Lindiwe Mpala1, Getmore Chikowe1, Ian Edwin Cock1,2,*
1School of Environment and Science, Griffith University, 170 Kessels Rd, Nathan, Brisbane, Queensland, AUSTRALIA.
2Environmental Futures Research Institute, Griffith University, 170 Kessels Rd, Nathan, Brisbane, Queensland,
Published: April 2019
Type: Original Article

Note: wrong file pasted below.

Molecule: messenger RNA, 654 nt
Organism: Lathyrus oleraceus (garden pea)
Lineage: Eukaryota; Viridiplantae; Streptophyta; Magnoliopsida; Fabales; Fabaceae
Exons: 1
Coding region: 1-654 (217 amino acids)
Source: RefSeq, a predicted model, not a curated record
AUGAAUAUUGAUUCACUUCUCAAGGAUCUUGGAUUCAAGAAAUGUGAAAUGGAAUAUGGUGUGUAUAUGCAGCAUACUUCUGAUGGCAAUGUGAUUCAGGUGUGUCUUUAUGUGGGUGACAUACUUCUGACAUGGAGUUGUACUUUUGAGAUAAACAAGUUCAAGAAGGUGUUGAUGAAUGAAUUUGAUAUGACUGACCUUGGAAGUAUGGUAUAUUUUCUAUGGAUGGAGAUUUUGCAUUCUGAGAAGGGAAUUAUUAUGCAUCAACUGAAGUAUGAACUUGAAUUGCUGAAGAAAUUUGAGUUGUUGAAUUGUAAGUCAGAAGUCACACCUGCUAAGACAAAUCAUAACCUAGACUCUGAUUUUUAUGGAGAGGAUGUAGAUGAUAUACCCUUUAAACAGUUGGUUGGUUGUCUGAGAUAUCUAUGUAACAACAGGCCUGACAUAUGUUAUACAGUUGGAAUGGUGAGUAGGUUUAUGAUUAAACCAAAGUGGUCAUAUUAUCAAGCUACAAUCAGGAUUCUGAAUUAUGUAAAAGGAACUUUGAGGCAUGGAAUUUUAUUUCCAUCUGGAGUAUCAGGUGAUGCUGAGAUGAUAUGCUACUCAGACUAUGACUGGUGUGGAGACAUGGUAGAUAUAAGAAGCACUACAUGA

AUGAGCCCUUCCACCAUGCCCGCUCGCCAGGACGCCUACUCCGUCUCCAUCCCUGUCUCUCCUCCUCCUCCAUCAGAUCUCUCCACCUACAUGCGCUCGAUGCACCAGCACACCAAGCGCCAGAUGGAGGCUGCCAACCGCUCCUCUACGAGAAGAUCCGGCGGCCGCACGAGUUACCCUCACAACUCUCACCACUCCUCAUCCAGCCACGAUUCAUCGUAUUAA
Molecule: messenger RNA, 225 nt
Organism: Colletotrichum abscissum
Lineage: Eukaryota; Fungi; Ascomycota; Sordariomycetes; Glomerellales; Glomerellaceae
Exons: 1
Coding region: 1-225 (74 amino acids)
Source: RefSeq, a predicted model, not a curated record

Introduction: The development of multi-antibiotic resistant strains of bacteria has necessitated the search for new, effective antibacterial therapies. M. lauteriana was used by Australian Aborigines as a nutritious food. However, very little research has been published on this species and the antibacterial activity of M. lauteriana leaf extracts has not yet been reported. Methods: The ability of M. lauteriana leaf extracts to inhibit the growth of gram-negative and gram-positive bacterial species was investigated by disc diffusion and growth time course assays. The growth inhibitory activity was further quantified by MIC determination. Toxicity was determined using the Artemia franciscana nauplii bioassay. Results: The methanolic and aqueous M. lauteriana leaf extracts were good inhibitors of the growth of both gram-positive and gram-negative bacteria. The methanolic extract was a particularly good inhibitor of K. pneumoniae and B. cereus growth, with MIC values of 728 and 515μg/mL respectively. The aqueous extract was also a good inhibitor of these bacteria (MICs of 953 and 860μg/mL respectively). Whilst the M. lauteriana leaf extracts also inhibited the growth of P. mirabilis, S. aureus and S. pyogenes, the MIC values (in the range 1000-2000μg/mL) were indicative of moderate inhibitory activity. The M. lauteriana leaf extracts were further investigated by growth time course assays against K. pneumoniae and B. cereus. Interestingly, both extracts showed significant growth inhibition within 1h of exposure against both bacterial species. All extracts were determined to be nontoxic in the Artemia franciscana nauplii bioassay, indicating their safety for the treatment of gram-positive bacterial infections. Conclusion: The lack of toxicity of the M. lauteriana leaf extracts and their growth inhibitory bioactivity against multiple bacteria indicate their potential in the development of new antibiotic chemotherapies.